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@Ranger Mike, in the world of circle track asphalt late model racing, which would make the handling better, the current quick change rear end or a independent suspension rear end?
 
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Ranger Mike

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BEI welcome
the IRS vs solid rear suspension debate goes on..in my opinion for round track racing the solid quick change is the top dog. IRS tends to not preform as well as the dedicated solid axle setup on straight line basis. since you race on the front and rear straights a lot more than the time you spend in the corners, you want maximum traction. IRS promotes lost traction due to independent springing and the set up. plus you have no roll steer option if you need to dial in rear roll steer.
the extra cost and additional maintenance head aches do not merit doing it. IRS do not like front to rear weight transfer. IRS are great for road racing and cars with mid engine or rear engines. IRS not so good for nose heavy cars. You can dial in camber on each side with the solid axle set up. prop can on IRS but counter productive. you will be racing on a bumpy track so use the solid set up realizing the IRS will lose traction more when you go over bumps vs the solid set up
 

Ranger Mike

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I put his together as racing tip to fine tune your chassis. after tow hours on you tube i could not find a decent video showing the tip about taping steering wheel but it is minus 10 F and end of winter so i share some videos and maybe put a smile on yer face!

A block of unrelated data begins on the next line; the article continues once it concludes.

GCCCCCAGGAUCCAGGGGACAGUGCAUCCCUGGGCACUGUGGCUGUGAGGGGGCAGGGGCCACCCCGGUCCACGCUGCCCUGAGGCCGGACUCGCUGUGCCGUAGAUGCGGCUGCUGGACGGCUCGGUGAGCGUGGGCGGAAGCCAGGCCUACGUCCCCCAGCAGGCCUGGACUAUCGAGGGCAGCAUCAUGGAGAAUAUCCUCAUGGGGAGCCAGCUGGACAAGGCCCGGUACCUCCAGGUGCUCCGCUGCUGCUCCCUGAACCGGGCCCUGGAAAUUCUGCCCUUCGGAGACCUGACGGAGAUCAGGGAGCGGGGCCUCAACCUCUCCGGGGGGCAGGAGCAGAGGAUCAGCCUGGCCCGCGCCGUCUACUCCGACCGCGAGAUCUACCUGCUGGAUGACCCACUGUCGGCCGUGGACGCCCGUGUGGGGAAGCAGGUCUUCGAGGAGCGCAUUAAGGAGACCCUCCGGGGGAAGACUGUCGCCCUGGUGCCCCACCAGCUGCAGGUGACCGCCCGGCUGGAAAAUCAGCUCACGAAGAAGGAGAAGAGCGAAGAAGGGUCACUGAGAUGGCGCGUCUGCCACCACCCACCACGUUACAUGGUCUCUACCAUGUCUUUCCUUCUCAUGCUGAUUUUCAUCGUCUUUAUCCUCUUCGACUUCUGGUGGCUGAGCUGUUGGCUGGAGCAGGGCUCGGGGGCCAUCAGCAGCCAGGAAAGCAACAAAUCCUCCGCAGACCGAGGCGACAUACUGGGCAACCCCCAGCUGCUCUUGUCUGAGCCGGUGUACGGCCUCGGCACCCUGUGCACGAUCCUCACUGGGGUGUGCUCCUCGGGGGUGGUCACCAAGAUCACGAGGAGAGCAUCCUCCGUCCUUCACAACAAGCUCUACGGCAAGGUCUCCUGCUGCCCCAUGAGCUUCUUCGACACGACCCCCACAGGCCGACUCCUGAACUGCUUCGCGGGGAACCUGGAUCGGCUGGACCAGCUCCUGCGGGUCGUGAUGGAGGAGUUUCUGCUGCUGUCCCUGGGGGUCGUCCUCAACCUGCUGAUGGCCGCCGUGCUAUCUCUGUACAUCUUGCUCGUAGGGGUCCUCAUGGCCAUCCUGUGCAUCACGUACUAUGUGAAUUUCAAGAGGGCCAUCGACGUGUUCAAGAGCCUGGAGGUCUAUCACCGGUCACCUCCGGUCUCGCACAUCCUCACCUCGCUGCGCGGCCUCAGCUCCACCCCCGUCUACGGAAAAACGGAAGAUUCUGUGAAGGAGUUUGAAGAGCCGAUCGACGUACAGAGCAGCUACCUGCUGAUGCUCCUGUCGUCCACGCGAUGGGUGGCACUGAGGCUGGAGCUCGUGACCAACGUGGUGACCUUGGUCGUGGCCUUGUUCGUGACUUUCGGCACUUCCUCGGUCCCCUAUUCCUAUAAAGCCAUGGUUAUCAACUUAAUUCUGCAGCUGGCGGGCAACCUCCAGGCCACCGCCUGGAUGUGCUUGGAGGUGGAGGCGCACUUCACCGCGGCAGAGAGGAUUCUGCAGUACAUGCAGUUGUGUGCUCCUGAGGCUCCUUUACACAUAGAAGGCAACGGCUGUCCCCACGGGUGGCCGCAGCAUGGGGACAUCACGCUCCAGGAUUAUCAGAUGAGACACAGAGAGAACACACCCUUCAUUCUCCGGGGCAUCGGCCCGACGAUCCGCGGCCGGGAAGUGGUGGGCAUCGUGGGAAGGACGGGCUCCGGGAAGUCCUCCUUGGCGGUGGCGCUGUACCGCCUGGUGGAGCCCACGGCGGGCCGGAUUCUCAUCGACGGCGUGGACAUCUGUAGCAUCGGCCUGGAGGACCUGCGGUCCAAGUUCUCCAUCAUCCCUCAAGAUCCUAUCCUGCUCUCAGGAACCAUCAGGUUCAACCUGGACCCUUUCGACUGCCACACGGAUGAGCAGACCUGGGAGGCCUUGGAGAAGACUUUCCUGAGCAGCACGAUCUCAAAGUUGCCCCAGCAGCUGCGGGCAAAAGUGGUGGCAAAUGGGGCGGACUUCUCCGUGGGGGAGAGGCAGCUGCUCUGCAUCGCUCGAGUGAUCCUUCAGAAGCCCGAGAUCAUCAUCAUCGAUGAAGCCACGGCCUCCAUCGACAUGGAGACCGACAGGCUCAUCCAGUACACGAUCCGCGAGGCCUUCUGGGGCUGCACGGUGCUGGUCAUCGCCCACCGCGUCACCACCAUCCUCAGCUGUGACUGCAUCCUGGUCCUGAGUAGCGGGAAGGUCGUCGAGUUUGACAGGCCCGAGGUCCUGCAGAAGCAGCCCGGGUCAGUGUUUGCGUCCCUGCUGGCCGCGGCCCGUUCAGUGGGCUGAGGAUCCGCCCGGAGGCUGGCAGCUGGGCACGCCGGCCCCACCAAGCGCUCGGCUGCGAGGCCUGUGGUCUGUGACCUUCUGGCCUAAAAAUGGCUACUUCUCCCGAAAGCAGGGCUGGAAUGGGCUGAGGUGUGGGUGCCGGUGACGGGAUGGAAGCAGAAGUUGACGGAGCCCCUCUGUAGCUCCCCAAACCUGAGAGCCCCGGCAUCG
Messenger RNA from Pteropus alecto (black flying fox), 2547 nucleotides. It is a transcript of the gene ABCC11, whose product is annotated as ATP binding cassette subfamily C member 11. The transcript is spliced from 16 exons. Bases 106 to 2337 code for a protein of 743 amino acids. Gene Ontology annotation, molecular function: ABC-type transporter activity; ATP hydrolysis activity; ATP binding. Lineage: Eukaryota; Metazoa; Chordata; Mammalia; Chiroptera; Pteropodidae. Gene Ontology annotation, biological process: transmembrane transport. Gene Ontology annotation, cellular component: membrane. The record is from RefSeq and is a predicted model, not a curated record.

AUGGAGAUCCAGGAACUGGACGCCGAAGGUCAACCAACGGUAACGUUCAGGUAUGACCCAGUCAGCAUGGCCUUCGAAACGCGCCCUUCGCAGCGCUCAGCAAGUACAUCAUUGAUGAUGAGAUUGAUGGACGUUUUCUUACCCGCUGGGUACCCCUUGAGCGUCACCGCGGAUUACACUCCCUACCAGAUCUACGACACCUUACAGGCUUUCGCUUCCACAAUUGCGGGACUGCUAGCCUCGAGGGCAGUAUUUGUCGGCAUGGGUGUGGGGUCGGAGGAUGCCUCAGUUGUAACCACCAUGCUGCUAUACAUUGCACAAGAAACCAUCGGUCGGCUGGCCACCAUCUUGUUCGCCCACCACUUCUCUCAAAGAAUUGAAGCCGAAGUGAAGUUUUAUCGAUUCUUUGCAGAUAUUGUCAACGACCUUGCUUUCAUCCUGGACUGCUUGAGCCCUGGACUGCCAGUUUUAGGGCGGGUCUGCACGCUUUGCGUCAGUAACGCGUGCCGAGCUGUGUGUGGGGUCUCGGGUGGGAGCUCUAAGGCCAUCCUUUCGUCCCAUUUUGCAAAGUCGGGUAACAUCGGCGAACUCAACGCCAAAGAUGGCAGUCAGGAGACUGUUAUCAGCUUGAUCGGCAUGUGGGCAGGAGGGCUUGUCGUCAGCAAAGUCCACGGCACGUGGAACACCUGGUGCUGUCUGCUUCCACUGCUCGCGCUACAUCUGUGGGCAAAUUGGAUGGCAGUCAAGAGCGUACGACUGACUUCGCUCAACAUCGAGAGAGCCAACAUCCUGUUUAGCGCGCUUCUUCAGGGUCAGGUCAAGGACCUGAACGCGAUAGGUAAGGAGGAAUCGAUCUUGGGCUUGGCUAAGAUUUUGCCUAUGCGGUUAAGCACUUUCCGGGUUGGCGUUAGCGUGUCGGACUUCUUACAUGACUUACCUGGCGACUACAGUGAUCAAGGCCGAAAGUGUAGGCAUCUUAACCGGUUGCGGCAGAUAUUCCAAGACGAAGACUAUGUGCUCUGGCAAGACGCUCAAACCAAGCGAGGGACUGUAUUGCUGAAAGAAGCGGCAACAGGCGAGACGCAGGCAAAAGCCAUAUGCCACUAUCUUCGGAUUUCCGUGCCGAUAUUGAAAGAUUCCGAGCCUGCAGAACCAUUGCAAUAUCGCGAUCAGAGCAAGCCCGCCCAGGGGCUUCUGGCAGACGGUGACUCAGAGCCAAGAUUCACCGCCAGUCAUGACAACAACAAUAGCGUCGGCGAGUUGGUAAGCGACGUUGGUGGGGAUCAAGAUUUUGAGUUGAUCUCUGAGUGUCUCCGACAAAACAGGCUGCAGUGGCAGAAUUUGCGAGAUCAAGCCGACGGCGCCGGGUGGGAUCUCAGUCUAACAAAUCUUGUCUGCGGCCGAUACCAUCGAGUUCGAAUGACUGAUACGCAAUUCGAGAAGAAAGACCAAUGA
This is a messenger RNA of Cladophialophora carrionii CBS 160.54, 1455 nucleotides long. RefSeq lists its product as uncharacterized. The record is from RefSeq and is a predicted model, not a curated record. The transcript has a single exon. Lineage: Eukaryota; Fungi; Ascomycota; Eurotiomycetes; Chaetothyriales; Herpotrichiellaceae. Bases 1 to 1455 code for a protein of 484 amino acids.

When you are at the track hot lapping, try this to fine tune the car set up. Hot lap at mid speed and note the steering wheels degree of turn at mid track. The mid track is usually marked on the wall.

If not, pick a point and use this mid turn location on the wall for reference. You should have the 12 o’clock position marked already for easy of centering.

Note the 12 o’clock of the steering wheel when you are at the mid turn wall location. Use a piece of yellow or masking tape to mark it.

Next thing to do is hot lap the car at you best speed and again note the same mid turn location and the new mid turn steering wheel 12 o’clock position. Mark it with green tape.

If the steering wheel hot lap green tape mark is more than the slow speed yellow tape mark, the car is tight. If the hot lap green mark is less that the slow speed yellow tape, the car is loose. Adjust accordingly.